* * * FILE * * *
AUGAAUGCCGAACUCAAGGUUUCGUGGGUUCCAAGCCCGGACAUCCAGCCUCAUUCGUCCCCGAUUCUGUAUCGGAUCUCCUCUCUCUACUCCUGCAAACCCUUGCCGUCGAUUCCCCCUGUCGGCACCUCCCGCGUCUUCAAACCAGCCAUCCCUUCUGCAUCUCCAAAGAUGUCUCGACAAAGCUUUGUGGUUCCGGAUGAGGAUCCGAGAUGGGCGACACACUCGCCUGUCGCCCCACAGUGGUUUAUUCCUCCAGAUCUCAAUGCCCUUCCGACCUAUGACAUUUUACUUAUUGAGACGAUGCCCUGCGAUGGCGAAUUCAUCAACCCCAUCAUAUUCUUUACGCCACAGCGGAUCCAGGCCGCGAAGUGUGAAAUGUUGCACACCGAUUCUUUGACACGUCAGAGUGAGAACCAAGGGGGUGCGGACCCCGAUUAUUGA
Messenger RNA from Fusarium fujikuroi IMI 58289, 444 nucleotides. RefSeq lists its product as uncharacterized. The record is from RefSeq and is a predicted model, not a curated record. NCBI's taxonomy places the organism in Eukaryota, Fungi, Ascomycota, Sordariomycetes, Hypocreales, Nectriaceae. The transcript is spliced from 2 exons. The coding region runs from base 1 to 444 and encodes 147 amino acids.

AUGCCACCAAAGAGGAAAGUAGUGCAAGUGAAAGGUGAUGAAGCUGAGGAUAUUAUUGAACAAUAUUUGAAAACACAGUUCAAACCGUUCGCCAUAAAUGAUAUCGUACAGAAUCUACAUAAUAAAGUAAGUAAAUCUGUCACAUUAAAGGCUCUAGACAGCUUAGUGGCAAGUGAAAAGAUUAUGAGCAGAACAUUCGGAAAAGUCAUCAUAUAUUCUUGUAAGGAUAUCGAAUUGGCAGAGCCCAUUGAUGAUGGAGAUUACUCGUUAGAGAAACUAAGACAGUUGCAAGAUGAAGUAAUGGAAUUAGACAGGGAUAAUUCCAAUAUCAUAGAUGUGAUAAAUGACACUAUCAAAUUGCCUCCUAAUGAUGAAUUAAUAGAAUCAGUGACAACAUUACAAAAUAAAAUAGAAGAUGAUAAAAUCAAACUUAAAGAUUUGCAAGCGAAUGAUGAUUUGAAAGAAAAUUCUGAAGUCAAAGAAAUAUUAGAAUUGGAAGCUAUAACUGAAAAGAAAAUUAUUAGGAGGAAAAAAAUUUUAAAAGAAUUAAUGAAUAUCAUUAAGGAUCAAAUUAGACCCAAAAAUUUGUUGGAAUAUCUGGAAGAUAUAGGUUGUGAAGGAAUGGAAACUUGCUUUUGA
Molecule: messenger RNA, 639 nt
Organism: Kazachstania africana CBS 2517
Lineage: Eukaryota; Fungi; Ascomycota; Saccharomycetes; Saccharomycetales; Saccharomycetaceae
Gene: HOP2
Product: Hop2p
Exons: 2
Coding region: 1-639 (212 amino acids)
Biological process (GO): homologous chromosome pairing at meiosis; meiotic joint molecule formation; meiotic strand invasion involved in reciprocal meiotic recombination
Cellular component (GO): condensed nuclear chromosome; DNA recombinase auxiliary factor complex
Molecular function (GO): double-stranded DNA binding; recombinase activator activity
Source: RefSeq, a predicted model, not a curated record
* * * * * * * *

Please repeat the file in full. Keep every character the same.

AUGAAUGCCGAACUCAAGGUUUCGUGGGUUCCAAGCCCGGACAUCCAGCCUCAUUCGUCCCCGAUUCUGUAUCGGAUCUCCUCUCUCUACUCCUGCAAACCCUUGCCGUCGAUUCCCCCUGUCGGCACCUCCCGCGUCUUCAAACCAGCCAUCCCUUCUGCAUCUCCAAAGAUGUCUCGACAAAGCUUUGUGGUUCCGGAUGAGGAUCCGAGAUGGGCGACACACUCGCCUGUCGCCCCACAGUGGUUUAUUCCUCCAGAUCUCAAUGCCCUUCCGACCUAUGACAUUUUACUUAUUGAGACGAUGCCCUGCGAUGGCGAAUUCAUCAACCCCAUCAUAUUCUUUACGCCACAGCGGAUCCAGGCCGCGAAGUGUGAAAUGUUGCACACCGAUUCUUUGACACGUCAGAGUGAGAACCAAGGGGGUGCGGACCCCGAUUAUUGA
Messenger RNA from Fusarium fujikuroi IMI 58289, 444 nucleotides. RefSeq lists its product as uncharacterized. The record is from RefSeq and is a predicted model, not a curated record. NCBI's taxonomy places the organism in Eukaryota, Fungi, Ascomycota, Sordariomycetes, Hypocreales, Nectriaceae. The transcript is spliced from 2 exons. The coding region runs from base 1 to 444 and encodes 147 amino acids.

AUGCCACCAAAGAGGAAAGUAGUGCAAGUGAAAGGUGAUGAAGCUGAGGAUAUUAUUGAACAAUAUUUGAAAACACAGUUCAAACCGUUCGCCAUAAAUGAUAUCGUACAGAAUCUACAUAAUAAAGUAAGUAAAUCUGUCACAUUAAAGGCUCUAGACAGCUUAGUGGCAAGUGAAAAGAUUAUGAGCAGAACAUUCGGAAAAGUCAUCAUAUAUUCUUGUAAGGAUAUCGAAUUGGCAGAGCCCAUUGAUGAUGGAGAUUACUCGUUAGAGAAACUAAGACAGUUGCAAGAUGAAGUAAUGGAAUUAGACAGGGAUAAUUCCAAUAUCAUAGAUGUGAUAAAUGACACUAUCAAAUUGCCUCCUAAUGAUGAAUUAAUAGAAUCAGUGACAACAUUACAAAAUAAAAUAGAAGAUGAUAAAAUCAAACUUAAAGAUUUGCAAGCGAAUGAUGAUUUGAAAGAAAAUUCUGAAGUCAAAGAAAUAUUAGAAUUGGAAGCUAUAACUGAAAAGAAAAUUAUUAGGAGGAAAAAAAUUUUAAAAGAAUUAAUGAAUAUCAUUAAGGAUCAAAUUAGACCCAAAAAUUUGUUGGAAUAUCUGGAAGAUAUAGGUUGUGAAGGAAUGGAAACUUGCUUUUGA
Molecule: messenger RNA, 639 nt
Organism: Kazachstania africana CBS 2517
Lineage: Eukaryota; Fungi; Ascomycota; Saccharomycetes; Saccharomycetales; Saccharomycetaceae
Gene: HOP2
Product: Hop2p
Exons: 2
Coding region: 1-639 (212 amino acids)
Biological process (GO): homologous chromosome pairing at meiosis; meiotic joint molecule formation; meiotic strand invasion involved in reciprocal meiotic recombination
Cellular component (GO): condensed nuclear chromosome; DNA recombinase auxiliary factor complex
Molecular function (GO): double-stranded DNA binding; recombinase activator activity
Source: RefSeq, a predicted model, not a curated record